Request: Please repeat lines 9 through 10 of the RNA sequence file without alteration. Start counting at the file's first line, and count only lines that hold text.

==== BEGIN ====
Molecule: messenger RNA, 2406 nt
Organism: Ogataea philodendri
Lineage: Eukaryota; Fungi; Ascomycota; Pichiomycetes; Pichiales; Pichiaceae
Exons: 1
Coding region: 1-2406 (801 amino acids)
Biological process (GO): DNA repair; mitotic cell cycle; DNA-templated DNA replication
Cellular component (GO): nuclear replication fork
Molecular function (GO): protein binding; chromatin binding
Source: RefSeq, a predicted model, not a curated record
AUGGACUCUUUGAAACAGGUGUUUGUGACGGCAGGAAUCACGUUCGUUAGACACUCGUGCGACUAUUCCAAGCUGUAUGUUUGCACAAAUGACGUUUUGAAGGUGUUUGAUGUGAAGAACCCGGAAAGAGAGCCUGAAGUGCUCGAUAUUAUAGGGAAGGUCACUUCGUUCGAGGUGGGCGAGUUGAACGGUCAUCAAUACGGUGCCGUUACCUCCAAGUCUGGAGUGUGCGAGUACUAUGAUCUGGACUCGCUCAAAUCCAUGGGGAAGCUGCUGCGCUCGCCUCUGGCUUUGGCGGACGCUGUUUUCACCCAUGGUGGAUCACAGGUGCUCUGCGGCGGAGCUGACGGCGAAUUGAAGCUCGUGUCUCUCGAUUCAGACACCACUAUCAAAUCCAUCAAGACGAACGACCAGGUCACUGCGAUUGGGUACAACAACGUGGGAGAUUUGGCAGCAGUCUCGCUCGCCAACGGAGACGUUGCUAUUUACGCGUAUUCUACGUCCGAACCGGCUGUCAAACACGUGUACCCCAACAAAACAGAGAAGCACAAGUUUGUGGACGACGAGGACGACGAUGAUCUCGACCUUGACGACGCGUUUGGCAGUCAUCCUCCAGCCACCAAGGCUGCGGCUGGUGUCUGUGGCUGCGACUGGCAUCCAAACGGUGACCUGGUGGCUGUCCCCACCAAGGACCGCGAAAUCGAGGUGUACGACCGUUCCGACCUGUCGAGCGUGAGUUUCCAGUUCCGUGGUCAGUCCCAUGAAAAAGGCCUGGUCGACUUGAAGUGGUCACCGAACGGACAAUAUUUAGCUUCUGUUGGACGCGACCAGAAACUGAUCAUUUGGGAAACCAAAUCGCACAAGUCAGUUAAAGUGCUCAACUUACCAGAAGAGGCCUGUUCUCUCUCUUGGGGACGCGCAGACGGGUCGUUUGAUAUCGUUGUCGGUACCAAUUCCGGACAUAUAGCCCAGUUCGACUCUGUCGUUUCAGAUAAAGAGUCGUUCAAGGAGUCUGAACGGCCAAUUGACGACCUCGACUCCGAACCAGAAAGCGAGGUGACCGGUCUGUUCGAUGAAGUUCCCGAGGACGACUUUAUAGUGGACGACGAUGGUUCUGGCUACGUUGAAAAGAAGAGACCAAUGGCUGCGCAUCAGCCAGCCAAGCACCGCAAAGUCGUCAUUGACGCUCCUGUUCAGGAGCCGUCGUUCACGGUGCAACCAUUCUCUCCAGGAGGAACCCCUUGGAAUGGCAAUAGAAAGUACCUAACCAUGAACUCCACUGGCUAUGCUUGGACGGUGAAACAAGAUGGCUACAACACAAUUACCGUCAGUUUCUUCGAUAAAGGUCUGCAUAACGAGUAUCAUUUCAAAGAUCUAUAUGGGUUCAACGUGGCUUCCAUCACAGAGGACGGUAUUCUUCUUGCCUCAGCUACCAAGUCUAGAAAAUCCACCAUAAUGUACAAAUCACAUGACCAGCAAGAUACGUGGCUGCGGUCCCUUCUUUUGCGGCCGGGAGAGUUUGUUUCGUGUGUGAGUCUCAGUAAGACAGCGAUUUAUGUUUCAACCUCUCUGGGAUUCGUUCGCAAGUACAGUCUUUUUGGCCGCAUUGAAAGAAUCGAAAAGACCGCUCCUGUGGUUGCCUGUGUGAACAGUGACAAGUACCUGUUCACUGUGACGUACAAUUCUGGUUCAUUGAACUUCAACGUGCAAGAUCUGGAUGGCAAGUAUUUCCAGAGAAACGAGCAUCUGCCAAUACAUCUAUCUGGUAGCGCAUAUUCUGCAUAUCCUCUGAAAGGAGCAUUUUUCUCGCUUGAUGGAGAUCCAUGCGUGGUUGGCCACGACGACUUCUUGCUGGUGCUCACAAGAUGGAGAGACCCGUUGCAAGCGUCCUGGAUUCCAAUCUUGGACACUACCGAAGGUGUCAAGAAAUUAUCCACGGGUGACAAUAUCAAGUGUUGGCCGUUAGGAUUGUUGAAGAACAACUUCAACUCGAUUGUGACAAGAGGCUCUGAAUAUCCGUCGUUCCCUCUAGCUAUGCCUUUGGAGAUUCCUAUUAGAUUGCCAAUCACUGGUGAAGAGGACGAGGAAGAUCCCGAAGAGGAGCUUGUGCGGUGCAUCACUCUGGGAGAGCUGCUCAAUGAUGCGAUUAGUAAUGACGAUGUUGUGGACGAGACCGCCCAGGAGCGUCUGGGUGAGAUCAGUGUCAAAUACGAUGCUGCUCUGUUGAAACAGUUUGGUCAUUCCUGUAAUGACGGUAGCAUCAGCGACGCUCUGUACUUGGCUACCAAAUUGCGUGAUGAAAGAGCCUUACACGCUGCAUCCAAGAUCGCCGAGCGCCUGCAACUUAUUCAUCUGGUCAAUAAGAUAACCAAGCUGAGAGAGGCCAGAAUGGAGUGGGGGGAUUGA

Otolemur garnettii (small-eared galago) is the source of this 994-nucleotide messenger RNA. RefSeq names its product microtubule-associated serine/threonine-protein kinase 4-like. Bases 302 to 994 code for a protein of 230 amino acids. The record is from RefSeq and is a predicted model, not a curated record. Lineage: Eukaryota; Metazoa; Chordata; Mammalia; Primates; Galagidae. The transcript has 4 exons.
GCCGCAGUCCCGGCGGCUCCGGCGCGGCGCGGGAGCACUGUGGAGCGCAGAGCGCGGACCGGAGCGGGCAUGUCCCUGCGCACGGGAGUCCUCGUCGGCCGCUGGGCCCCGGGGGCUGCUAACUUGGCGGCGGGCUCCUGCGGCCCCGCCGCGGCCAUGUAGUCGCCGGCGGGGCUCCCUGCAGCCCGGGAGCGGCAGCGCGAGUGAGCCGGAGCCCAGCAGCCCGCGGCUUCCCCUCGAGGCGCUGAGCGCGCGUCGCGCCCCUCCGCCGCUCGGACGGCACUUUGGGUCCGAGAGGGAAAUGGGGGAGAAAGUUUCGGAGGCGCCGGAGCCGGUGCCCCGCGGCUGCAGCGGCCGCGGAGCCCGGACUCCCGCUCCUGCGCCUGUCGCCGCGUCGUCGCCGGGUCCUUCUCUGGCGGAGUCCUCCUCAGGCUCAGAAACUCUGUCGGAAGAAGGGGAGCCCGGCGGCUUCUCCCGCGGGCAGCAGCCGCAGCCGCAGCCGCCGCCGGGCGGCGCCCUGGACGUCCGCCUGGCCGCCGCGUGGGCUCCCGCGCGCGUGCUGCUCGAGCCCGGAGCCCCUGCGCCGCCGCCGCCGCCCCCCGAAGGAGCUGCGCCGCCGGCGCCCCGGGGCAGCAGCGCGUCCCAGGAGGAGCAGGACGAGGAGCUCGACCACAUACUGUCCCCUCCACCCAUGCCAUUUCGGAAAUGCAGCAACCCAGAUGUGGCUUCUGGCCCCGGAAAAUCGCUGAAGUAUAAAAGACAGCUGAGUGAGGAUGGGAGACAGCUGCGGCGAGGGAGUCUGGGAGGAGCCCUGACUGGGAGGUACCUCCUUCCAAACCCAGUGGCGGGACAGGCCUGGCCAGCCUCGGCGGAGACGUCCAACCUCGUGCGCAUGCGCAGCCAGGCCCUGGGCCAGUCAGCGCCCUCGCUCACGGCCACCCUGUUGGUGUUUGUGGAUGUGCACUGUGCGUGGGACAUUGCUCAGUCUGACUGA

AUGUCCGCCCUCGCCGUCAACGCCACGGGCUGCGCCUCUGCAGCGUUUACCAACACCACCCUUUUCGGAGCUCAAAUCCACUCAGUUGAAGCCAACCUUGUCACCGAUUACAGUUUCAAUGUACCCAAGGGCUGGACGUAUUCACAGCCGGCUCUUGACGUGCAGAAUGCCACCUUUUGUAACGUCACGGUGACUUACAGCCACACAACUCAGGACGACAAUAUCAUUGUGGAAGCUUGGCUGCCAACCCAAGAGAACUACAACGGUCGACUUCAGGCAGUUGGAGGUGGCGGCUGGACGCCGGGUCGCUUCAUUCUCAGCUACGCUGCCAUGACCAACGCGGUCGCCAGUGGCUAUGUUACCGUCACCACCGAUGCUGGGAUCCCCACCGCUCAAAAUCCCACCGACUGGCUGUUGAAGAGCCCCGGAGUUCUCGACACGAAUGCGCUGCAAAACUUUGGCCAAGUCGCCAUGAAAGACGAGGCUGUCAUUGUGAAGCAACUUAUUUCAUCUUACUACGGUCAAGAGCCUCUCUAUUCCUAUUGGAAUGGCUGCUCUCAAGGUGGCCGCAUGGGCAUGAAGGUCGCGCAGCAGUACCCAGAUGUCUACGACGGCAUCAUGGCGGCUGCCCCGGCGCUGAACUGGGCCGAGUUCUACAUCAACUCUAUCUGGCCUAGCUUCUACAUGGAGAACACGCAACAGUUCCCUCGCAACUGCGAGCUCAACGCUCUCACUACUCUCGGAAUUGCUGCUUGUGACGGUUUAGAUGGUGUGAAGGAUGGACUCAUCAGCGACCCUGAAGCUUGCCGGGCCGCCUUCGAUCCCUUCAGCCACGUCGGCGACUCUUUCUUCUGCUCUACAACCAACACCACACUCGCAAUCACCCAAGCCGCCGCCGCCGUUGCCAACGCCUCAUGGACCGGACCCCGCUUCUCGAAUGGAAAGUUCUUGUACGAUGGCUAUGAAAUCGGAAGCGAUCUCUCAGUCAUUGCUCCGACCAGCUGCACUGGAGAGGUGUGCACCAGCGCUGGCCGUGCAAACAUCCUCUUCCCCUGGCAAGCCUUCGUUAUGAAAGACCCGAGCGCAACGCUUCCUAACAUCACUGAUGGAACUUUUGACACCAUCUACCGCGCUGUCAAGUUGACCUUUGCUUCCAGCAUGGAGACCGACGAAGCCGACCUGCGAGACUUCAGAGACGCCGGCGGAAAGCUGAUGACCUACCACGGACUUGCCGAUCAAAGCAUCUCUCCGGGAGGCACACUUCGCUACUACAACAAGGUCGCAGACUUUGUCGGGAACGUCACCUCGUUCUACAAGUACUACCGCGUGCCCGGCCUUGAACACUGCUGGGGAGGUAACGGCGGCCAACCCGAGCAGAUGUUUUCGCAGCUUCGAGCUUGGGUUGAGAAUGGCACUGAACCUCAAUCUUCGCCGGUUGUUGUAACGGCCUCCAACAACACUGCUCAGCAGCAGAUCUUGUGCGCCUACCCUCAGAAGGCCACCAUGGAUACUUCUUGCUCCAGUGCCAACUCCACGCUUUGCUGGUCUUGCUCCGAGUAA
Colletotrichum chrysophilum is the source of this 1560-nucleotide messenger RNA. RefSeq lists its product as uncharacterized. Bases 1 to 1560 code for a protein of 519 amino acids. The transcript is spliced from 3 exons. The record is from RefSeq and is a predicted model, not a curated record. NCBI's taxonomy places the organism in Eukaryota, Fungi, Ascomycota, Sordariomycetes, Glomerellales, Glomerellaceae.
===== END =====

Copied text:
Source: RefSeq, a predicted model, not a curated record
AUGGACUCUUUGAAACAGGUGUUUGUGACGGCAGGAAUCACGUUCGUUAGACACUCGUGCGACUAUUCCAAGCUGUAUGUUUGCACAAAUGACGUUUUGAAGGUGUUUGAUGUGAAGAACCCGGAAAGAGAGCCUGAAGUGCUCGAUAUUAUAGGGAAGGUCACUUCGUUCGAGGUGGGCGAGUUGAACGGUCAUCAAUACGGUGCCGUUACCUCCAAGUCUGGAGUGUGCGAGUACUAUGAUCUGGACUCGCUCAAAUCCAUGGGGAAGCUGCUGCGCUCGCCUCUGGCUUUGGCGGACGCUGUUUUCACCCAUGGUGGAUCACAGGUGCUCUGCGGCGGAGCUGACGGCGAAUUGAAGCUCGUGUCUCUCGAUUCAGACACCACUAUCAAAUCCAUCAAGACGAACGACCAGGUCACUGCGAUUGGGUACAACAACGUGGGAGAUUUGGCAGCAGUCUCGCUCGCCAACGGAGACGUUGCUAUUUACGCGUAUUCUACGUCCGAACCGGCUGUCAAACACGUGUACCCCAACAAAACAGAGAAGCACAAGUUUGUGGACGACGAGGACGACGAUGAUCUCGACCUUGACGACGCGUUUGGCAGUCAUCCUCCAGCCACCAAGGCUGCGGCUGGUGUCUGUGGCUGCGACUGGCAUCCAAACGGUGACCUGGUGGCUGUCCCCACCAAGGACCGCGAAAUCGAGGUGUACGACCGUUCCGACCUGUCGAGCGUGAGUUUCCAGUUCCGUGGUCAGUCCCAUGAAAAAGGCCUGGUCGACUUGAAGUGGUCACCGAACGGACAAUAUUUAGCUUCUGUUGGACGCGACCAGAAACUGAUCAUUUGGGAAACCAAAUCGCACAAGUCAGUUAAAGUGCUCAACUUACCAGAAGAGGCCUGUUCUCUCUCUUGGGGACGCGCAGACGGGUCGUUUGAUAUCGUUGUCGGUACCAAUUCCGGACAUAUAGCCCAGUUCGACUCUGUCGUUUCAGAUAAAGAGUCGUUCAAGGAGUCUGAACGGCCAAUUGACGACCUCGACUCCGAACCAGAAAGCGAGGUGACCGGUCUGUUCGAUGAAGUUCCCGAGGACGACUUUAUAGUGGACGACGAUGGUUCUGGCUACGUUGAAAAGAAGAGACCAAUGGCUGCGCAUCAGCCAGCCAAGCACCGCAAAGUCGUCAUUGACGCUCCUGUUCAGGAGCCGUCGUUCACGGUGCAACCAUUCUCUCCAGGAGGAACCCCUUGGAAUGGCAAUAGAAAGUACCUAACCAUGAACUCCACUGGCUAUGCUUGGACGGUGAAACAAGAUGGCUACAACACAAUUACCGUCAGUUUCUUCGAUAAAGGUCUGCAUAACGAGUAUCAUUUCAAAGAUCUAUAUGGGUUCAACGUGGCUUCCAUCACAGAGGACGGUAUUCUUCUUGCCUCAGCUACCAAGUCUAGAAAAUCCACCAUAAUGUACAAAUCACAUGACCAGCAAGAUACGUGGCUGCGGUCCCUUCUUUUGCGGCCGGGAGAGUUUGUUUCGUGUGUGAGUCUCAGUAAGACAGCGAUUUAUGUUUCAACCUCUCUGGGAUUCGUUCGCAAGUACAGUCUUUUUGGCCGCAUUGAAAGAAUCGAAAAGACCGCUCCUGUGGUUGCCUGUGUGAACAGUGACAAGUACCUGUUCACUGUGACGUACAAUUCUGGUUCAUUGAACUUCAACGUGCAAGAUCUGGAUGGCAAGUAUUUCCAGAGAAACGAGCAUCUGCCAAUACAUCUAUCUGGUAGCGCAUAUUCUGCAUAUCCUCUGAAAGGAGCAUUUUUCUCGCUUGAUGGAGAUCCAUGCGUGGUUGGCCACGACGACUUCUUGCUGGUGCUCACAAGAUGGAGAGACCCGUUGCAAGCGUCCUGGAUUCCAAUCUUGGACACUACCGAAGGUGUCAAGAAAUUAUCCACGGGUGACAAUAUCAAGUGUUGGCCGUUAGGAUUGUUGAAGAACAACUUCAACUCGAUUGUGACAAGAGGCUCUGAAUAUCCGUCGUUCCCUCUAGCUAUGCCUUUGGAGAUUCCUAUUAGAUUGCCAAUCACUGGUGAAGAGGACGAGGAAGAUCCCGAAGAGGAGCUUGUGCGGUGCAUCACUCUGGGAGAGCUGCUCAAUGAUGCGAUUAGUAAUGACGAUGUUGUGGACGAGACCGCCCAGGAGCGUCUGGGUGAGAUCAGUGUCAAAUACGAUGCUGCUCUGUUGAAACAGUUUGGUCAUUCCUGUAAUGACGGUAGCAUCAGCGACGCUCUGUACUUGGCUACCAAAUUGCGUGAUGAAAGAGCCUUACACGCUGCAUCCAAGAUCGCCGAGCGCCUGCAACUUAUUCAUCUGGUCAAUAAGAUAACCAAGCUGAGAGAGGCCAGAAUGGAGUGGGGGGAUUGA